The court ruling issued in September 2015 provided that “the classification as an article remains applicable to any object meeting the criteria in Article 3(3) of the REACH Regulation and forming part of the composition of a complex product unless, following a production process, that object becomes waste or ceases to have the shape, surface or design which is more decisive in determining its function than its chemical composition.” The ruling aligned with the original dissenting member states opinions.

Substances fulfilling one or more of the criteria in Article 57 may be identified as Substances of Very High Concern (SVHC). If a substance on the candidate list is contained in an Article it will trigger obligations under REACH if

  • The substance is present at or above a concentration of 0.1% weight, and
  • The total amount of the substance present in ALL articles imported and/or produced in the EU by that producer or importer in articles that meet the % requirements above or importer exceeds 1 tonne per year. (Note for goods made outside the EU, the importer must add all articles, including those from other none EU manufacturers to determine if the aggregate is met. It is NOT based on the aggregate produced by the non EU manufacturer to various EU customers).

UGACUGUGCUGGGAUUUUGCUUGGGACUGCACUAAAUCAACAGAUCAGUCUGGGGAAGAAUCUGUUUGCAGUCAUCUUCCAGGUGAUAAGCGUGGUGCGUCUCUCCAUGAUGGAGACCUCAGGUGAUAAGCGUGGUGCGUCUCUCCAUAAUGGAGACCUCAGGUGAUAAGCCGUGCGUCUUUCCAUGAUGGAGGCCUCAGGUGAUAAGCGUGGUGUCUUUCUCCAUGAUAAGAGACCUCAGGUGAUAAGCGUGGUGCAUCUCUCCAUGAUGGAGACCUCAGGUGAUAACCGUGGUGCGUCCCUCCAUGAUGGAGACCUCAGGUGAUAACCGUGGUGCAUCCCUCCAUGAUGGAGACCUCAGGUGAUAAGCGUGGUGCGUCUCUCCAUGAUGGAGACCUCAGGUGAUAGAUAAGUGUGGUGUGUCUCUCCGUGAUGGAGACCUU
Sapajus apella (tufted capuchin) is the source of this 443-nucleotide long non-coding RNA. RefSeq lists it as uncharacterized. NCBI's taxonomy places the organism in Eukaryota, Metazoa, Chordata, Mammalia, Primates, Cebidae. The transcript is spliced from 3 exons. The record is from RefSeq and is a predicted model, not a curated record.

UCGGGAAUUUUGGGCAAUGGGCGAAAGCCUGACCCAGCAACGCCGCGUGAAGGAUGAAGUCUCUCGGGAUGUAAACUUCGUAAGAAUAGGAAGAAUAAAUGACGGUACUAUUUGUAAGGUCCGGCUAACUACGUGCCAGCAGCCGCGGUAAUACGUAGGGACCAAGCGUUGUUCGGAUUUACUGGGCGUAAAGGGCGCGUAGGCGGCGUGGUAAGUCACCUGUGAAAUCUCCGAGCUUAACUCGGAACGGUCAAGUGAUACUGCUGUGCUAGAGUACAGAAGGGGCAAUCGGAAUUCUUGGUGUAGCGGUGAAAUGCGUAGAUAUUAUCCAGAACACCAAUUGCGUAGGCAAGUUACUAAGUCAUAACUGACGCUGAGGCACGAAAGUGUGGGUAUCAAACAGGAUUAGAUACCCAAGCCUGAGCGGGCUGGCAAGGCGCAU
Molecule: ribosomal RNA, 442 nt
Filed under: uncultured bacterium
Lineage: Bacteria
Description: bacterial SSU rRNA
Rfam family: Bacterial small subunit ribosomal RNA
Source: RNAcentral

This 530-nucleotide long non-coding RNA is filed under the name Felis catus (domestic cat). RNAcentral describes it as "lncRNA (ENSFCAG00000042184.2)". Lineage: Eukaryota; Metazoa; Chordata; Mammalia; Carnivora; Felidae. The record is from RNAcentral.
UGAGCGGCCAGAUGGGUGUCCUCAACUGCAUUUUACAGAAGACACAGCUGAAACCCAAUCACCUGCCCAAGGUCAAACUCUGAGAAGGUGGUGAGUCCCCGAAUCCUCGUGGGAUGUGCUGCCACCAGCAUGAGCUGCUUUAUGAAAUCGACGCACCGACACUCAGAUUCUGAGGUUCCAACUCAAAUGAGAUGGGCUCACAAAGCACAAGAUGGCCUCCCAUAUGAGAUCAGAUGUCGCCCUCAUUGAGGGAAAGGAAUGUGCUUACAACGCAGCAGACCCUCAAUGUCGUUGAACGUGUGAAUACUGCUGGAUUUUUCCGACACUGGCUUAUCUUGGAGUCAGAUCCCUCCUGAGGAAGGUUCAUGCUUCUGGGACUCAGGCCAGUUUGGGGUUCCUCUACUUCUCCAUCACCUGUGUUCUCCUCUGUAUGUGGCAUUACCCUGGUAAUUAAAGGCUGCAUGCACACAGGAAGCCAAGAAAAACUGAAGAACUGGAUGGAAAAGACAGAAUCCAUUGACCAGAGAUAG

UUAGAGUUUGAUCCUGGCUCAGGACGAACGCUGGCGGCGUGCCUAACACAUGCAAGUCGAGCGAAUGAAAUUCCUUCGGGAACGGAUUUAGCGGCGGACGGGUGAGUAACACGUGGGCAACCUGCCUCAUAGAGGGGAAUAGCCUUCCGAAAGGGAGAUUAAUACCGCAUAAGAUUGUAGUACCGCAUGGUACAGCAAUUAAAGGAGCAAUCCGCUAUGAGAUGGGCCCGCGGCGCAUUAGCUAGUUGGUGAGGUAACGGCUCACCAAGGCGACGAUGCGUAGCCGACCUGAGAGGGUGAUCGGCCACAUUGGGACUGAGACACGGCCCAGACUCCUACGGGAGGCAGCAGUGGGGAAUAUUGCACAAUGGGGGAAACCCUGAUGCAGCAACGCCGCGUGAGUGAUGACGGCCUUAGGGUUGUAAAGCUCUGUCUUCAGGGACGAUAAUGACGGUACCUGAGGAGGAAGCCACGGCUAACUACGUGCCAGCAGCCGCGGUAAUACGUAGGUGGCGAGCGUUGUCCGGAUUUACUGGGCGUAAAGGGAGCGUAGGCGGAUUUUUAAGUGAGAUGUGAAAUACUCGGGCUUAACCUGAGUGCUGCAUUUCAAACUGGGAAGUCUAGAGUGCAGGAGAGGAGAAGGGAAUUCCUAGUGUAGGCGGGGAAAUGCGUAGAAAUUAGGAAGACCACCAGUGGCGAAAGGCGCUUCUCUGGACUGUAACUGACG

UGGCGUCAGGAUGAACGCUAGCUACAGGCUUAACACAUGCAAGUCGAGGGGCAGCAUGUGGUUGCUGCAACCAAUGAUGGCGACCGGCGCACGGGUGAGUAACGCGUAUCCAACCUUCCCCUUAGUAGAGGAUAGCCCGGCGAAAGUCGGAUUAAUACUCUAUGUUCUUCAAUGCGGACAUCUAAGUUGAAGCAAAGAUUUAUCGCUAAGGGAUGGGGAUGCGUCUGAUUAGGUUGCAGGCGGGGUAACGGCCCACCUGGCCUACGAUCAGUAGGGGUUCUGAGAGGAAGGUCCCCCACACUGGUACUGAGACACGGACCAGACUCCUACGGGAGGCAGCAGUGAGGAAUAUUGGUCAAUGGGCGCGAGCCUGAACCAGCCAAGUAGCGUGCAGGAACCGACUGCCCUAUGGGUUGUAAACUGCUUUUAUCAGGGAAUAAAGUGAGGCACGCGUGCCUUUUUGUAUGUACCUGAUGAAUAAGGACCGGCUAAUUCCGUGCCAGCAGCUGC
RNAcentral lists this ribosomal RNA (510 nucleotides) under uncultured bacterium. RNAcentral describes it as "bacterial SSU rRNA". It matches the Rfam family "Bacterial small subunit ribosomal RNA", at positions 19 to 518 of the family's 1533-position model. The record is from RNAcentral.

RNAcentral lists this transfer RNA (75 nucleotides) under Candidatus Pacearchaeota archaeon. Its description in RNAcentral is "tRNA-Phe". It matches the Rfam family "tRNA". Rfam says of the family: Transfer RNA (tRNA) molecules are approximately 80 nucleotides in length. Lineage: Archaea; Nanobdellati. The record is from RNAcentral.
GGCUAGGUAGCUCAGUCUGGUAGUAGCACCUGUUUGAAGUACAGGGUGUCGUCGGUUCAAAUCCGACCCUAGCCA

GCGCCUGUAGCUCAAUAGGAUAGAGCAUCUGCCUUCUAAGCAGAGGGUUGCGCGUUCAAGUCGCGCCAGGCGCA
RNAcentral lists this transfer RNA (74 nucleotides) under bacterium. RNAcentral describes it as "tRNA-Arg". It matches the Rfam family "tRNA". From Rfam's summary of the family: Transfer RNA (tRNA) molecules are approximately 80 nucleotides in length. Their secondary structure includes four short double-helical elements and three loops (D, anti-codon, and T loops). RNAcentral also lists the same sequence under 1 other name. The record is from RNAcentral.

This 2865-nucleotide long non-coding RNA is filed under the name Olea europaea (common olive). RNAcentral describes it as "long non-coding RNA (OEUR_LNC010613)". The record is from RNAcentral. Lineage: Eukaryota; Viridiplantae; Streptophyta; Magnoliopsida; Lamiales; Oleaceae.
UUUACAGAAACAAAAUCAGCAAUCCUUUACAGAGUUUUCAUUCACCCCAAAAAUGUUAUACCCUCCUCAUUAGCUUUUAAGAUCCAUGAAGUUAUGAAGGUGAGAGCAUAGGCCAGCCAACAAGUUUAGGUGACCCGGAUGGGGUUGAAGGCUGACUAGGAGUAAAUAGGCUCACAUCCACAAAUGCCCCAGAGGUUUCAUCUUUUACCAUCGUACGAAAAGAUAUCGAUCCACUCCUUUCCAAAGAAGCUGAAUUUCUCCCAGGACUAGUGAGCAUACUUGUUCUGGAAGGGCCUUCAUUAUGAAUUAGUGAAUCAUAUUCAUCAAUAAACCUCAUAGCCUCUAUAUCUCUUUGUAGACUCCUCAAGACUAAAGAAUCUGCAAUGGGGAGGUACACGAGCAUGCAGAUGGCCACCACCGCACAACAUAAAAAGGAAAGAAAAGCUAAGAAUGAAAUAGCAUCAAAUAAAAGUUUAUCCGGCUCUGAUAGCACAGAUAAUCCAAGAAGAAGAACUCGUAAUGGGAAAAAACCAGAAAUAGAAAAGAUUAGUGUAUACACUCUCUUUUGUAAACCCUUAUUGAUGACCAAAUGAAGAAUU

Notification is based on the substance, not the article, and so a single article may trigger multiple notifications for each substance that meets the above criteria. The calculations are made separately for each substance in a given article. 

If the substance in question has already been reported and registered for the same use (meaning in that specific article) it is exempt from further notification requirements.

A substance is also exempt from exposure if the producer or importer can exclude exposure to humans during normal or reasonably foreseeable conditions of use and disposal.

Any pool product that meets the above criteria and is imported to the EU is affected by REACH. Because the term “article” was initially interpreted to refer only to a finished product, hot tubs were excluded from the requirements under REACH. Because all components are now considered separate articles, Hot Tubs are now affected, along with any other product that contains a component which meets the above criteria. This does not mean an OEM cannot sell their product within the European Union, but their EU customer/importer is now required to give notification of all substances contained in any of the articles/components which meet the above criteria.